Hurricane Ida Slams Louisiana Coast on the 16th Anniversary of Katrina
The Category 4 hurricane made landfall in southeastern Louisiana midday Sunday, causing extensive flooding and power outages
Hurricane Ida made landfall on the coast of Louisiana around 12 p.m. Eastern time on August 29, leaving extensive flooding and a state-wide blackout in its wake. The hurricane, which slowed to a tropical storm overnight, is one of the most powerful storms ever to hit the United States, according to the Associated Press.
"I don't think there could have been a worse path for this storm. It's going to have some significant impacts. We're already seeing the power outages across the area and the threat isn't over," FEMA administrator Deanne Criswell tells CNN. "It remained a Category 4 for several hours over the southern parts of Louisiana. So they just got the impacts from the winds, from the significant and intense rainfall as well as that storm surge for several hours.”
Hurricane Ida’s 150-mile-per-hour gusts ripped roofs off of houses, reversed the flow of the Mississippi River, and broke barges free from their moorings. The hurricane toppled an electrical transmission tower, leading to widespread blackouts during sweltering summer heat. As Ida moved inland, it weakened to a tropical storm. Today, Ida is curving northeastward over Mississippi, pelting the state with wind and rain, and it is expected to pass through the Tennessee Valley on Tuesday.
EYE OF A MONSTER: @NOAA's #GOESEast gives an up-close look at the lightning swirling around the eye of #HurricaneIda, a dangerous Cat. 4 #hurricane, nearing the coast of southeastern #Louisiana.— NOAA Satellites (@NOAASatellites) August 29, 2021
Please stay safe!
More: https://t.co/arzjJiHnjF#LAwx #MSwx #idahurricane #ida pic.twitter.com/QosgjNT87l
Hurricane Ida made landfall exactly 16 years after Hurricane Katrina devastated southern Louisiana. Officials have attributed one death to Hurricane Ida, but that is number is likely to rise in the coming days, says Louisiana Governor John Bel Edwards.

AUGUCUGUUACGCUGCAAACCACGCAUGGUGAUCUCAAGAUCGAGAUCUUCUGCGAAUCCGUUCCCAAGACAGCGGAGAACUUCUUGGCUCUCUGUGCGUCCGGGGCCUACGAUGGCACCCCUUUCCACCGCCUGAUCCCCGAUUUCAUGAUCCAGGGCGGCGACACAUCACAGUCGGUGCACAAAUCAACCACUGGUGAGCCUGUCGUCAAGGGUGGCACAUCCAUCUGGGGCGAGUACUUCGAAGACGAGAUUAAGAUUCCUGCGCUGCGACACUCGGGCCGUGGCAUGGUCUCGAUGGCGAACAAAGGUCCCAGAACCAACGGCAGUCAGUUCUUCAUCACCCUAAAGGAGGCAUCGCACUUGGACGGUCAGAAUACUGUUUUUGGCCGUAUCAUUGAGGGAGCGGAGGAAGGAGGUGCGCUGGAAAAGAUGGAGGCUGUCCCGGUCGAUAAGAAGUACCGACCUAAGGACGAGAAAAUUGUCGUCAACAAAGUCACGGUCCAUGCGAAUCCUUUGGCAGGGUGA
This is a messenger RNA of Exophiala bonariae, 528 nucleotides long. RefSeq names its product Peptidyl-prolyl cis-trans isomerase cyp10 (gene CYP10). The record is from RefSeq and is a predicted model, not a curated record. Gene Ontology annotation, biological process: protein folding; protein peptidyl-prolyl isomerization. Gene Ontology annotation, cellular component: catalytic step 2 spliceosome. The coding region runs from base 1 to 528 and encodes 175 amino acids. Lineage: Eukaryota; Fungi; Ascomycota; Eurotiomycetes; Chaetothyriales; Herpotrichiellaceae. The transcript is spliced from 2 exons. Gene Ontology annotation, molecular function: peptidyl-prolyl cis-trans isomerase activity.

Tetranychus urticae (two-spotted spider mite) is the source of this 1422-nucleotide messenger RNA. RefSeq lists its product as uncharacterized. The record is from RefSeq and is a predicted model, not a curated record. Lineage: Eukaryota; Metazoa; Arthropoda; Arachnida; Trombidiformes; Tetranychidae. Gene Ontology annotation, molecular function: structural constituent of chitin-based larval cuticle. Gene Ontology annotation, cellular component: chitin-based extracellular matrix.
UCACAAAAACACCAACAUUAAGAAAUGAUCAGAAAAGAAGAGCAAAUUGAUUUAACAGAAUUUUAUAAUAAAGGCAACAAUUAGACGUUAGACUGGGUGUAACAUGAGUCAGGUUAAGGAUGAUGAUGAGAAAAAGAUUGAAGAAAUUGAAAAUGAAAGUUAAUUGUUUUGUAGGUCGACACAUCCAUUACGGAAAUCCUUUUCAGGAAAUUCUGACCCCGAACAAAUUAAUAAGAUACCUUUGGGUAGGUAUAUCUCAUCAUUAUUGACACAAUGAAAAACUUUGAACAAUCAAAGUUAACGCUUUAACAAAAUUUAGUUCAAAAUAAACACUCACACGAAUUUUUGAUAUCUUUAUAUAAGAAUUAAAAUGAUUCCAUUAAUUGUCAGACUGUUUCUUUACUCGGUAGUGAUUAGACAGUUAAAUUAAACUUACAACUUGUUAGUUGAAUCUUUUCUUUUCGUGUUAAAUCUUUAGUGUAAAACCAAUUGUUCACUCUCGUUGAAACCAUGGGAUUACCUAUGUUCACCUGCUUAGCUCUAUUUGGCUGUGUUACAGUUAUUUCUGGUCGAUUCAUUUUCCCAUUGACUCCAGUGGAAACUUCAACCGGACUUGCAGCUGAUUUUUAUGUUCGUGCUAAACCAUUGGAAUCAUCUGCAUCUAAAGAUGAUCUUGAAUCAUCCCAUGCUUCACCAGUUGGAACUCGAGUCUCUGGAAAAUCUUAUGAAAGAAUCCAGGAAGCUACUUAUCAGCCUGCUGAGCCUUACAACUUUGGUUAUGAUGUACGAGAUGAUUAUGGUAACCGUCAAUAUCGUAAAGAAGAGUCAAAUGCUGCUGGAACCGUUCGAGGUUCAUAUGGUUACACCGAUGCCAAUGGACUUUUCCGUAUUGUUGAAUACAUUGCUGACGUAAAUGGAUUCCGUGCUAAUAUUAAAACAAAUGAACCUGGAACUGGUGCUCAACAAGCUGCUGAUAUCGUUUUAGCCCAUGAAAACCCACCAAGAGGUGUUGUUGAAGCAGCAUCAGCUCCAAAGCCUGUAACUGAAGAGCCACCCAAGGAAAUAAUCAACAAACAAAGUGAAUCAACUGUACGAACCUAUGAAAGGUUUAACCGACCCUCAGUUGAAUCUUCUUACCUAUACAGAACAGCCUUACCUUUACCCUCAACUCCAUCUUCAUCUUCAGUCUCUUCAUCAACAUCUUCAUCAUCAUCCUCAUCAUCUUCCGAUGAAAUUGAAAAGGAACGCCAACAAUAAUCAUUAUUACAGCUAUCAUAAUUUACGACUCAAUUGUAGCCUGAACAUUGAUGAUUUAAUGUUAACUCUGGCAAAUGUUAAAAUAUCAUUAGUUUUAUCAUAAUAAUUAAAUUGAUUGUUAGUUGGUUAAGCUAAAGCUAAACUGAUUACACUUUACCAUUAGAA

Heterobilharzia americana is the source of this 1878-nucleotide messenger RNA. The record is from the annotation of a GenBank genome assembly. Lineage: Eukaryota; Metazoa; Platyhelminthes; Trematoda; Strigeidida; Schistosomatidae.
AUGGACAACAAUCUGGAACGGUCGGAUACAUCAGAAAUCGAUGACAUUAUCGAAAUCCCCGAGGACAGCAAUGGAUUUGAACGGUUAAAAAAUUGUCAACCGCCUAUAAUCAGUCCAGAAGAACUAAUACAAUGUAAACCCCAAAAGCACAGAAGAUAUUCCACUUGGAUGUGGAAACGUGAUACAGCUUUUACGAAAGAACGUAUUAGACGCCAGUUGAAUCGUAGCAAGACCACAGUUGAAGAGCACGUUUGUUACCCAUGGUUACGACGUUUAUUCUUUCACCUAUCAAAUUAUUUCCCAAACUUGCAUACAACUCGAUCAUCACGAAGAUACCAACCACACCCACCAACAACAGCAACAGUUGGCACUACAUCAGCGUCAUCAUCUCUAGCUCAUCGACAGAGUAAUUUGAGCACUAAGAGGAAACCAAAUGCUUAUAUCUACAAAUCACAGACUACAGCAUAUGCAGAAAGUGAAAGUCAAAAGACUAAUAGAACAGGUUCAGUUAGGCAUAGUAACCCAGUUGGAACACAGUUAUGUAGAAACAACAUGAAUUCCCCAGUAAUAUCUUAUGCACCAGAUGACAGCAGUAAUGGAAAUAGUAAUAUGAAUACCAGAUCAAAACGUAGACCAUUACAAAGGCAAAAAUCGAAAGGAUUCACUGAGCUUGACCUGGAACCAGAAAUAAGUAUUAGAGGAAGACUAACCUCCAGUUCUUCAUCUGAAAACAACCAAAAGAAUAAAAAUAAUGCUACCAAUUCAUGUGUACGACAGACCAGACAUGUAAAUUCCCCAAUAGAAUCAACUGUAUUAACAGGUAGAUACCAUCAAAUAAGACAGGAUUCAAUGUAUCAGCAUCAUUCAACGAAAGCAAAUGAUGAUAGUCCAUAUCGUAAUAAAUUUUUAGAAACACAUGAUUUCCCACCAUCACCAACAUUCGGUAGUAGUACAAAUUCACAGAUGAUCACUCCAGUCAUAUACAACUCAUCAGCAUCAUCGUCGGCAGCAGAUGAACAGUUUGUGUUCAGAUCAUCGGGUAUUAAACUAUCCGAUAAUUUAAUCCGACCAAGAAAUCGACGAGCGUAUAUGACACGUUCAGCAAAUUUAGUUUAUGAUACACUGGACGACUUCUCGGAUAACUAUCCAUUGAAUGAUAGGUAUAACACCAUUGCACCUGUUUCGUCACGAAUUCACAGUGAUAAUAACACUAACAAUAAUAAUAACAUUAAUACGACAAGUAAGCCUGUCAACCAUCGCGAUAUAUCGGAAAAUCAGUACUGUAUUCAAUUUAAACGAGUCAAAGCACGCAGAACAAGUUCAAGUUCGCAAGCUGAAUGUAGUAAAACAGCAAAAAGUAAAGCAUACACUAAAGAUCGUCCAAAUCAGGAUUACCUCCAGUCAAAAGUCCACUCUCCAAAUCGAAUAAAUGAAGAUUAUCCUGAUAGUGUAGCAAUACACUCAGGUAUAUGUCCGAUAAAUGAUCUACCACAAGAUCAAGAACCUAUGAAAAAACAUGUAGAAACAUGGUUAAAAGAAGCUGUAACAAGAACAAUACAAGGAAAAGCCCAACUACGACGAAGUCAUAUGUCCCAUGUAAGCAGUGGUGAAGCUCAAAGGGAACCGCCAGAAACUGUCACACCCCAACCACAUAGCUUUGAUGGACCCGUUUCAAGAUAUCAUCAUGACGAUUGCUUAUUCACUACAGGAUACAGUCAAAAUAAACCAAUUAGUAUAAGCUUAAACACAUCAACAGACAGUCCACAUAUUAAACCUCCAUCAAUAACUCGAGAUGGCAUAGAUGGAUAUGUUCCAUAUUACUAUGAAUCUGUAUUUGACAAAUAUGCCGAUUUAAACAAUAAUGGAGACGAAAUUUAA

“I don’t want to mislead anyone. Robust search and rescue is happening right now and I fully expect that that death count will go up considerably throughout the day,” Edwards told MSNBC this morning.
Search crews set out by boat and helicopter early Monday morning to rescue some of the residents trapped by extensive flooding, report Amir Vera and Jay Croft for CNN. Over 900 search and rescue personnel plus the Louisiana National Guard are assisting with the effort, according Edwards, who encourages residents to shelter in place.
As #Ida moves inland, heavy rainfall and flooding impacts are expected to spread across the Tennessee and Ohio Valleys, the central and southern Appalachians, and Mid-Atlantic through Wednesday. https://t.co/tW4KeGdBFb pic.twitter.com/zlUaWgDGic— National Hurricane Center (@NHC_Atlantic) August 30, 2021
More than 1 million people were without power as of Monday, and according to local power company Entergy, outages could persist for several days. The company, which is responsible for powering the city’s pumps that remove stormwater from streets, reported “catastrophic transmission damage” as the reason for the blackout. Entergy wrote on Twitter that it “will likely take days to determine the extent of damage to our power grid and far longer to restore electrical transmission to the region.”
All eight major transmission lines that supply electricity into the greater New Orleans area have failed. Power outages are an additional concern for the state’s hospitals, which are already strained under pressure from the highly transmissible Covid-19 Delta variant.
As climate change creates the conditions for wetter and more intense hurricanes, storms like Ida may be more challenging to predict and prepare for, reports the Atlantic’s Robinson Meyer.